Given the coronavirus pandemic, many who would otherwise meet one of those requirements are falling short this year — and credit card issuers are well aware of this. To compensate for travel benefits that aren’t as relevant for the time being, issuers from American Express to Citi have added new ways to use your rewards, along with additional spending bonuses for grocery and dining purchases.
If you do decide that it’s no longer worth paying the annual fee for any of your cards, Benét Wilson, credit cards editor at The Points Guy, recommends a credit card downgrade. “Do not shut down cards,” she says. “Your credit score will take a hit. Instead, consider downgrading to a lower-cost or free option.”
Your credit score could decrease if you close a credit card rather than downgrading it, because closing a card will reduce your total available credit. Your credit utilization ratio — the percentage of your available credit across all cards that you’re using — is the second-biggest factor in determining your credit score, and you want to keep this ratio as low as possible.
Take advantage of quarantine-era credit card benefits
Nearly every major credit card issuer has adjusted its rewards and benefits to account for our current situation.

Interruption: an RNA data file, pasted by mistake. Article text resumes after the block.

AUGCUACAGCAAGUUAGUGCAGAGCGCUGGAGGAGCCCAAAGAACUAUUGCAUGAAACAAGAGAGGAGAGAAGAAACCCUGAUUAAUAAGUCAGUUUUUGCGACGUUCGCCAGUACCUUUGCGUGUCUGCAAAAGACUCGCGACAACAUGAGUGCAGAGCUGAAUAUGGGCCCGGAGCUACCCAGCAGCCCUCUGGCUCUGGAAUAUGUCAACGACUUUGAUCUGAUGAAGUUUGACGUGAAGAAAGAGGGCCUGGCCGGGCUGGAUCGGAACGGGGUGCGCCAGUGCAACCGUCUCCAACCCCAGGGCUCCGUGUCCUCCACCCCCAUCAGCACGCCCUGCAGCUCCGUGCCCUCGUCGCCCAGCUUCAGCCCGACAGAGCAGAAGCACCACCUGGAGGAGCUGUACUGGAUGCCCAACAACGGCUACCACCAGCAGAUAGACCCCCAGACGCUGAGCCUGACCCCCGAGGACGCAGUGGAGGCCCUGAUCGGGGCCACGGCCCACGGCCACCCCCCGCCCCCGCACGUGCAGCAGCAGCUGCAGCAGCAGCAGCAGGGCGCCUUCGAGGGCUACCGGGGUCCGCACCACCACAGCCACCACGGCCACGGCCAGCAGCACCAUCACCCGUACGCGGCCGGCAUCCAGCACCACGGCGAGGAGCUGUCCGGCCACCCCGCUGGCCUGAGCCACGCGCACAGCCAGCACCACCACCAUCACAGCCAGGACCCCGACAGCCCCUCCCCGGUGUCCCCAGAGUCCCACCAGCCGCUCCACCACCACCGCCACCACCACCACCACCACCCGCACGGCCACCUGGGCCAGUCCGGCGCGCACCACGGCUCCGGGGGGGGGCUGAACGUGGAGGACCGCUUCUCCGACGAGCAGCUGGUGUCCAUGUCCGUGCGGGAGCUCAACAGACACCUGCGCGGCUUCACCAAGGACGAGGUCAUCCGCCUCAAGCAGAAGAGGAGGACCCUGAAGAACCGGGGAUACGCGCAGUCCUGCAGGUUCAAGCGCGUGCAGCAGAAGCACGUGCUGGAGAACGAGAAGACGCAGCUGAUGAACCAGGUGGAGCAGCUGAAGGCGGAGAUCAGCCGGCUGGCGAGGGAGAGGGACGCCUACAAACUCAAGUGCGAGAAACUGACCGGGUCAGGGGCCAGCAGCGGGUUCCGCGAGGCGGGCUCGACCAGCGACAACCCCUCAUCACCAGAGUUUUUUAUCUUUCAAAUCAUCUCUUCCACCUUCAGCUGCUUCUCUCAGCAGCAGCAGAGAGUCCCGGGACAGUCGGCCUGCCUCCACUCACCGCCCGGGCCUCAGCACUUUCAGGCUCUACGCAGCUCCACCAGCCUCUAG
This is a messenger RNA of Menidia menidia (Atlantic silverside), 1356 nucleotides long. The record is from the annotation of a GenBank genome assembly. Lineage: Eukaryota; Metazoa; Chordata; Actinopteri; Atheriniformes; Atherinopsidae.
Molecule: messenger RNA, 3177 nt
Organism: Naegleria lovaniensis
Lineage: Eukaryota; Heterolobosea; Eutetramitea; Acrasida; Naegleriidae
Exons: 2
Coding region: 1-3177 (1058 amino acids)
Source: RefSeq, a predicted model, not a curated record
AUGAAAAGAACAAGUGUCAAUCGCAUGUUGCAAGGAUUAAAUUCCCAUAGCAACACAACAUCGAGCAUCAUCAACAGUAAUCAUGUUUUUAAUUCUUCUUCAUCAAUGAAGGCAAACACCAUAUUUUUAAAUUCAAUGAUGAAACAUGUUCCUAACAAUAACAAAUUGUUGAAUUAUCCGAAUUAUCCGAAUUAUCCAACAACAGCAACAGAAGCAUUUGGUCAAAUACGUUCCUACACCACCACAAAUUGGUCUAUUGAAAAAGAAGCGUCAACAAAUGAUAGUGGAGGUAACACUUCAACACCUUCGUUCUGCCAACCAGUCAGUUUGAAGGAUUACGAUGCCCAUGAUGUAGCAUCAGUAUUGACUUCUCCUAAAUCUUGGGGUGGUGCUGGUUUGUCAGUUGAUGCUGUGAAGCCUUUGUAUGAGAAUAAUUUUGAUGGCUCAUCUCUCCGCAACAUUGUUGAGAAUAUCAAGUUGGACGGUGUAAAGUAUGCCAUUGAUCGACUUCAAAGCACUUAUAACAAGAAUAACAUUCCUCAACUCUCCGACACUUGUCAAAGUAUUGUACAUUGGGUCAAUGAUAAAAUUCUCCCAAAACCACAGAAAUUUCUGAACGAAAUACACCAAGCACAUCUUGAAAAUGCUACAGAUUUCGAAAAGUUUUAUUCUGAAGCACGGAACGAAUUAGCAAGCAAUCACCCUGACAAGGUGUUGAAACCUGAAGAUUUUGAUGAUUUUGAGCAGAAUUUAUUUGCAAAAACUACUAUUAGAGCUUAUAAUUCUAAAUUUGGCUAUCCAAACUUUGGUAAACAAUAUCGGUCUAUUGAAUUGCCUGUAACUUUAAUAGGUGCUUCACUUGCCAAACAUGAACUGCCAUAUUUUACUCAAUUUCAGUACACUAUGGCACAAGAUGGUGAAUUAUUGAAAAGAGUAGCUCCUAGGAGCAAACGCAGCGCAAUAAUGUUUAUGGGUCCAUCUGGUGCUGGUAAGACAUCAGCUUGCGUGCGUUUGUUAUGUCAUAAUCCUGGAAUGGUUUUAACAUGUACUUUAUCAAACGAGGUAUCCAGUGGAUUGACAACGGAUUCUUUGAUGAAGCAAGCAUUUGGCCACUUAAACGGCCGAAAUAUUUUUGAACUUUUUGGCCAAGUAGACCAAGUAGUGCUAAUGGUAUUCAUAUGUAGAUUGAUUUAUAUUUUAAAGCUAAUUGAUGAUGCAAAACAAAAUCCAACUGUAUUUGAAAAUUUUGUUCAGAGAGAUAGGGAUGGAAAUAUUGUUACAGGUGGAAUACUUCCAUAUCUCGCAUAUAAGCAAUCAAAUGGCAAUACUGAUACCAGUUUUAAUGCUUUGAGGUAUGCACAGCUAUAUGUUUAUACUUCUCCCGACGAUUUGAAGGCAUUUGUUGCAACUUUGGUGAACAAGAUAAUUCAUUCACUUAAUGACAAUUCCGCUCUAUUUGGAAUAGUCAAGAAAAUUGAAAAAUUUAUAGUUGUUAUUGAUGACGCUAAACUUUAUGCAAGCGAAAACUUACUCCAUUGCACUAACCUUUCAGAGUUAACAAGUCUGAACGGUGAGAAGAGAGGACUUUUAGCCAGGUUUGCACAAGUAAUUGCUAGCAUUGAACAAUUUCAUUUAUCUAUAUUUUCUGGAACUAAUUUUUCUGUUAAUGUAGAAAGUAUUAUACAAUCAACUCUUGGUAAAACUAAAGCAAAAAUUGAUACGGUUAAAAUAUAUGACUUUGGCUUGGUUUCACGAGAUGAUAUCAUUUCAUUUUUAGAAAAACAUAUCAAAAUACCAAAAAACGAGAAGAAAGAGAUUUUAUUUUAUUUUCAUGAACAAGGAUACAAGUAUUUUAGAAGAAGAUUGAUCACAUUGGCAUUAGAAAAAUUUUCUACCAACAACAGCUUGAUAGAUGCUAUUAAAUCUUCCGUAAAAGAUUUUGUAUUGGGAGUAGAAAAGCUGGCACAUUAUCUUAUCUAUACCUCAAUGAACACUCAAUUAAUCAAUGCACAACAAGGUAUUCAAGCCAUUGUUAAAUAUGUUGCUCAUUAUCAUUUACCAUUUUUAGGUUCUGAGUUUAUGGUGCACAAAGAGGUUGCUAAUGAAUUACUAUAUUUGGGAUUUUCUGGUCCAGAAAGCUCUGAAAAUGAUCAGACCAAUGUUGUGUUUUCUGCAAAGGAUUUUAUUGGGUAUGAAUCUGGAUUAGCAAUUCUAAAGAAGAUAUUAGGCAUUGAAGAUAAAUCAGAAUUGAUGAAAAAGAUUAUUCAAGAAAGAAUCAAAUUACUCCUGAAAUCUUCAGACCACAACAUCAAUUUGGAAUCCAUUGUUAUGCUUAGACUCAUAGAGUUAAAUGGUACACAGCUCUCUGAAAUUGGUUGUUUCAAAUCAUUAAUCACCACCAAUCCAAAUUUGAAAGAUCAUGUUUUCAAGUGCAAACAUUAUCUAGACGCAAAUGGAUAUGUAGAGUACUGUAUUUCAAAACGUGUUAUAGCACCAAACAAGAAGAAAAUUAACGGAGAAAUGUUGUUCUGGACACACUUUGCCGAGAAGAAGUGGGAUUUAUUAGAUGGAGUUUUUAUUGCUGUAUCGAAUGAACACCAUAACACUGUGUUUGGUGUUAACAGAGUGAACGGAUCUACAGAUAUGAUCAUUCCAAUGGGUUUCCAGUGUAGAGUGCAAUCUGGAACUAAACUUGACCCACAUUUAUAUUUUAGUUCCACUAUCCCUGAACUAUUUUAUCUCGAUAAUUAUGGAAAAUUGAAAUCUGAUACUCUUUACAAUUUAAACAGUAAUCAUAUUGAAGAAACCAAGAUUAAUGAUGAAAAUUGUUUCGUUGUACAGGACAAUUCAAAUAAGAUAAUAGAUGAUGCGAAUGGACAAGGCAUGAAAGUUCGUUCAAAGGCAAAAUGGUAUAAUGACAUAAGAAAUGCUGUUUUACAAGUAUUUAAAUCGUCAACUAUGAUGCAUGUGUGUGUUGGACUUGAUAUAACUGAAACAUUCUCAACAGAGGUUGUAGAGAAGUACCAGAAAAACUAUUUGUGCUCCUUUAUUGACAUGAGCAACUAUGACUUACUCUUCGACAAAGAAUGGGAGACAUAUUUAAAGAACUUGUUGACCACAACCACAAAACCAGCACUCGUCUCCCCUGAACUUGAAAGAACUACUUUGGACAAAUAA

For example, Capital One added an option to redeem miles from the Capital One® Venture® Rewards Credit Card and Capital One® VentureOne® Rewards Credit Card to cover food-delivery purchases with services including DoorDash and Postmates, and to cover subscription fees for eligible streaming services such as Hulu and Netflix.
Chase, meanwhile, has introduced Pay Yourself Back for the Chase Sapphire Preferred® Card and Chase Sapphire Reserve®. This feature lets you redeem points for dining, grocery, and home-improvement purchases made with your card — at a rate of 1.25 cents per point with the Sapphire Preferred, and 1.5 cents per point with the Sapphire Reserve. This is the same value you’d get from your points when redeeming through the Chase Ultimate Rewards travel portal, so it’s a very solid option to consider if you want to save money but don’t want to sacrifice value from your credit card rewards.